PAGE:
Accessing International Capital: Pakistan’s Experience, Prospects, and Policy Implications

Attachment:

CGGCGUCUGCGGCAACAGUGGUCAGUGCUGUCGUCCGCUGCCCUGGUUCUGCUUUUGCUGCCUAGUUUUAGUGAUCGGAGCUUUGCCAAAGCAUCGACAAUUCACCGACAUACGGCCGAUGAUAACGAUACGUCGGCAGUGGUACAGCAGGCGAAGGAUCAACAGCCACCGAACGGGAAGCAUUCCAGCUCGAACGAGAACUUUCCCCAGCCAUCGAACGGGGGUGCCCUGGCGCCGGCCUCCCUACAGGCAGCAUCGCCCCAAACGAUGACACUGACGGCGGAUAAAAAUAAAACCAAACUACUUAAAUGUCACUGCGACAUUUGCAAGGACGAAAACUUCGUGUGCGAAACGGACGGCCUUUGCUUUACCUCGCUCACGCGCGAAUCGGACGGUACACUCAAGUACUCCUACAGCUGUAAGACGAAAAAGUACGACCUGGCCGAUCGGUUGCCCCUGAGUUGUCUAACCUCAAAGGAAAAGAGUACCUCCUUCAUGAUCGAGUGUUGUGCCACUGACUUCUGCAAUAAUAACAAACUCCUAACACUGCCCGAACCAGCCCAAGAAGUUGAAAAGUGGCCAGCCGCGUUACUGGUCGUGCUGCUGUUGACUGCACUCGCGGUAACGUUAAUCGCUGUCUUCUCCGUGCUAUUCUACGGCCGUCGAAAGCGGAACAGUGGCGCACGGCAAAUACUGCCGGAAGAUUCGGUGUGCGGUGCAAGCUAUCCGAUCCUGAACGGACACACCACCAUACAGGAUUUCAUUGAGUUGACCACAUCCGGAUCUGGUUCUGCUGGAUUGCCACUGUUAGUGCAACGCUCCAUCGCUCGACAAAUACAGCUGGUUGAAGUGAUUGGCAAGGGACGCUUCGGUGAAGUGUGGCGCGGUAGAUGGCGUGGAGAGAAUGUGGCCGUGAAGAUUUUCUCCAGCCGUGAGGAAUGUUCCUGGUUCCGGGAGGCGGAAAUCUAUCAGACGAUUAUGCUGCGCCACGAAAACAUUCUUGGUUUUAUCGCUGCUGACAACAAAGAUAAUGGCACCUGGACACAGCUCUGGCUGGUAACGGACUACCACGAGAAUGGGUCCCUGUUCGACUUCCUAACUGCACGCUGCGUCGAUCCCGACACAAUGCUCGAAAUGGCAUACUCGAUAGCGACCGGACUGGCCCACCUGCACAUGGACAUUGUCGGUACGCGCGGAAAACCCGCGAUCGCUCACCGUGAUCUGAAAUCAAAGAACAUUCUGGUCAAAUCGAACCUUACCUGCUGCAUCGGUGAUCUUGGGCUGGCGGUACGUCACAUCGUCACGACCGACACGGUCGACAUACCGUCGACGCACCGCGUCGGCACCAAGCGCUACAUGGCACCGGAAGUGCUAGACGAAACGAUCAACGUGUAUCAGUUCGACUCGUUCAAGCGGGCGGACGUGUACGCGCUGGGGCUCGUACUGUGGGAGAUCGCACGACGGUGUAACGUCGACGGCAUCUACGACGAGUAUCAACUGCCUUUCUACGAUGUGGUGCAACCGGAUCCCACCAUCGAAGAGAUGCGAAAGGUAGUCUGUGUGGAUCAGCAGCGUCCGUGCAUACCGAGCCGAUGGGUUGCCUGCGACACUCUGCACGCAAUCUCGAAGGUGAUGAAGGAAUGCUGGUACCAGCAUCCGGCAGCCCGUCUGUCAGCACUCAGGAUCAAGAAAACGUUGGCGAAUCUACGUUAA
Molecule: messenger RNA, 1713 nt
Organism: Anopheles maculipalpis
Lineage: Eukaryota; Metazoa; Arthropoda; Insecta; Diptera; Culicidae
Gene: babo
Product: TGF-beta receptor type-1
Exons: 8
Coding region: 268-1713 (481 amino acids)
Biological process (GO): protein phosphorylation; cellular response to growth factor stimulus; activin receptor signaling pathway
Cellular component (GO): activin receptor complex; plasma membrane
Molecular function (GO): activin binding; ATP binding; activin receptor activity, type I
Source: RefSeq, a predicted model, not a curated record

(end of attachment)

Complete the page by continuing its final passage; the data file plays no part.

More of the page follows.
In the 1990s accessing international capital markets has become a major source of external financing for many developing countries. The paper reviews Pakistan’s experience in tapping the global financial markets. We conduct a cross-sectional econometric analysis of the factors influencing the access to international equity and debt capital. Results indicate that the factors as suggested in the earlier literature do appear to be influential in determining the access to international capital. The study finds that the role of credit rating in attracting debt flows and of the local capital markets in attracting equity flows is prominent. The rate of economic growth is a major determinant of the access to foreign debt and equity funds. It also appears that the country rating which is based on a comprehensive set of variables indicating the financial health of the country subsumes the other proxies of economic stability and debt management. This study underscores the importance of institutional factors. Areas where improvement is possible to facilitate access to the international capital markets are identified as (1) political and legal environment, including improvements in the quality of the system of civil laws and its enforcement (2) private sector development through sustaining economic liberalisation and privatisation programmes (3) improvement in macro-economic management through a prudent internal and external debt management (4) development of capital markets through, improvements in market operations, enforcement of market regulations, strengthening of financial institutions and effective dissemination of market information.